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Tax Planning & Preparation

Tax Planning & Preparation

The world of tax legislation is always changing. Whether your tax needs are simple, or complex, relate to individual or business, or compliance or consulting, at Yoss & Allen, we will do our best to provide the tax planning and preparation services that meet your needs.

About Our Services

About Our Services

As a full-service accounting firm, we provide complete outsourced accounting, payroll, tax planning and preparation, QuickBooks start-up and implementation, elder financial care, assurance (compilation & review), estate & trust, non-profit, and high net worth client services.

About Our Firm

About Our Firm

Yoss & Allen (Y&A) is the longest established Certified Public Accounting firm in Claremont, California, providing distinguished professional services since 1945. After 70 years of service to the Claremont community, the faces and names may have changed, but the vision has not.

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Do you or a loved one need assistance performing some or all of your day-to-day financial activities? To learn more about the services we can provide for you, visit Our "Elder Care" page, under Services above.  

  • Tax Planning & Preparation

    Tax Planning & Preparation

  • About Our Services

    About Our Services

  • About Our Firm

    About Our Firm

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    Our "Elder Care"

Welcome to Yoss & Allen

Yoss & Allen is a client-driven accounting firm with a proactive, hands-on approach, and a qualified team of associates. We pride ourselves in having the resources, expertise, and willpower of a Big Four, with a keen responsiveness and accessibility of a local accounting firm.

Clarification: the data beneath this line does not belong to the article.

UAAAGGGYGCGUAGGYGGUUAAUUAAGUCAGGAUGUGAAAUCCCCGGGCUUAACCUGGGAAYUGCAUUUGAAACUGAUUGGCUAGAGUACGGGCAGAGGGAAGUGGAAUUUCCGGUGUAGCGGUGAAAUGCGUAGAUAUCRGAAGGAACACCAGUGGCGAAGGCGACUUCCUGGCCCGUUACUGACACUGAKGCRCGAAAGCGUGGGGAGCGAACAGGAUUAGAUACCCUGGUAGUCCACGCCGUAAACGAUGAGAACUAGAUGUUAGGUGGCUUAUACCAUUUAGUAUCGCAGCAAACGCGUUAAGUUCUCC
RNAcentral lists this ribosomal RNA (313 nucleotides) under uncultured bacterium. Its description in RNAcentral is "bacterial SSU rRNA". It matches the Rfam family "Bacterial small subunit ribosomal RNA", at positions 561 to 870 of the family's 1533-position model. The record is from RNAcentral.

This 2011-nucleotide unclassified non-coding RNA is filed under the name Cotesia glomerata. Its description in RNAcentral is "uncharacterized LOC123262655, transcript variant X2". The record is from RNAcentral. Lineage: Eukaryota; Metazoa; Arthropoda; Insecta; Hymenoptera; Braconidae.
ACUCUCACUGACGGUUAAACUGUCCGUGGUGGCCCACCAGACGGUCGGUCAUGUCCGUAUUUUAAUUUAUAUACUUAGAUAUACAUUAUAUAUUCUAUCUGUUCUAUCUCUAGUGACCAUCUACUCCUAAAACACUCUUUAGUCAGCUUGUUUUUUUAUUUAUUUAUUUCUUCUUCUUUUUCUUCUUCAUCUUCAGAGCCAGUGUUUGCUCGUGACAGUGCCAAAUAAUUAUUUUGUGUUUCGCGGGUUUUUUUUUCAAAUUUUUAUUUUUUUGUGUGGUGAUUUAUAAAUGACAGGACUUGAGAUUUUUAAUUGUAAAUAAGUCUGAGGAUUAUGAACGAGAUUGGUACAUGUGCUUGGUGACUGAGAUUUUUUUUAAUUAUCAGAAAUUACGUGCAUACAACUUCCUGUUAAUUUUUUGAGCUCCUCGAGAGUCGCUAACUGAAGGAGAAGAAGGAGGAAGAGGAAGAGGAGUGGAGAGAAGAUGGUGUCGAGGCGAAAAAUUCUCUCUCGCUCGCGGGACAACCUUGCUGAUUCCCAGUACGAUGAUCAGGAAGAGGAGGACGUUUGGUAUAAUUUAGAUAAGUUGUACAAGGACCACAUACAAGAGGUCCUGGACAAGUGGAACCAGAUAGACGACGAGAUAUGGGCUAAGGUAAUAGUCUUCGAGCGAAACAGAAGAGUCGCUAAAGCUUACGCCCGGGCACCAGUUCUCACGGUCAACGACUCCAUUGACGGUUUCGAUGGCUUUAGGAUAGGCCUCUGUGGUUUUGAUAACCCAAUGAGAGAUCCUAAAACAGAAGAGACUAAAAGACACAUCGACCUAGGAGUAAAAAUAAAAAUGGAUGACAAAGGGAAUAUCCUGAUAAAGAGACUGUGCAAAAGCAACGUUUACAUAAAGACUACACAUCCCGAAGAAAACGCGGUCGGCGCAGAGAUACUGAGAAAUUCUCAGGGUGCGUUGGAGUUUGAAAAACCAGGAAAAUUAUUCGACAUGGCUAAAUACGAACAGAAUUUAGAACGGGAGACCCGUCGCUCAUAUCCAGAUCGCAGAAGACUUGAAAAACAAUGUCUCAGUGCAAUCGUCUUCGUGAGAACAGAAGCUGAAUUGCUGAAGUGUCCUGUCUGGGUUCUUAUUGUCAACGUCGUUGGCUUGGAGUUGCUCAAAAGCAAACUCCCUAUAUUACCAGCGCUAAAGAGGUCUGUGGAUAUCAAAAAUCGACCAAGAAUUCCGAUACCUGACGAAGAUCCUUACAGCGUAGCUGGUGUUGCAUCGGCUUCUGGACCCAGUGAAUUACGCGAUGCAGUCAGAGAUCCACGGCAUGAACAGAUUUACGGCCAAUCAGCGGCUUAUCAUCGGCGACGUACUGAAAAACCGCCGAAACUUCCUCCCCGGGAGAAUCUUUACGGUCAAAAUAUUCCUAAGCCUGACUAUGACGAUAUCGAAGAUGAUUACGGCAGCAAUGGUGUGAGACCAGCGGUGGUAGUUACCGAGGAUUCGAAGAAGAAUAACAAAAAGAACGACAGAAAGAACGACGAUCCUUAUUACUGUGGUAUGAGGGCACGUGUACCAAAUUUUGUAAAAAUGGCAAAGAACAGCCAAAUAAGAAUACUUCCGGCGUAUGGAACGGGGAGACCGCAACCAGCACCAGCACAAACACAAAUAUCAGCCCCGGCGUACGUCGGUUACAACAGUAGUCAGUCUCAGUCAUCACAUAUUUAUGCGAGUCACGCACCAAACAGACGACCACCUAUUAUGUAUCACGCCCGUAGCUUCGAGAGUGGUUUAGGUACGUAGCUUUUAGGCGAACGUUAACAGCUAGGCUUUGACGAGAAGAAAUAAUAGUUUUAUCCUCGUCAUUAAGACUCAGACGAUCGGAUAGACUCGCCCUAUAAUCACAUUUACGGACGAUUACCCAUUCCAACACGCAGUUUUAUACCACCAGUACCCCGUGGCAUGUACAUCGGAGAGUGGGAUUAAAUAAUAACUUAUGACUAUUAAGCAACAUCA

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If you are looking for personalized services from a firm that truly cares about your current and future financial needs, we encourage you to give us a call today.


~Important News from Yoss & Allen~

Tax Identity Theft Victims Can Now Get Copies of the Fraudulent Returns

PPC

Five-Minute Tax Briefing®
November 24, 2015
No. 2015-22

Tax Identity Theft Victims Can Now Get Copies of the Fraudulent Returns:  The IRS has begun allowing victims of identity theft to request a redacted copy of a fraudulent return that was filed and accepted by the IRS using the identity theft victim's name and SSN. [  Editor's Note:  This change is attributable to a request made in a letter dated 5/17/15 from U.S. Senator Kelly Ayotte to IRS Commissioner Koskinen stating that it was "deeply troubling that the IRS does not help victims by providing them with copies of the fraudulent returns so they can determine what information was stolen."] Due to federal privacy laws, the IRS will disclose the return information only to victims whose name and SSN are listed as either the primary or secondary taxpayer on the fraudulent return and not to any person listed only as a dependent. Instructions for requesting copy of fraudulent returns can be found at https://www.irs.gov/Individuals/Instructions-for-Requesting-Copy-of-Fraudulent-Returns.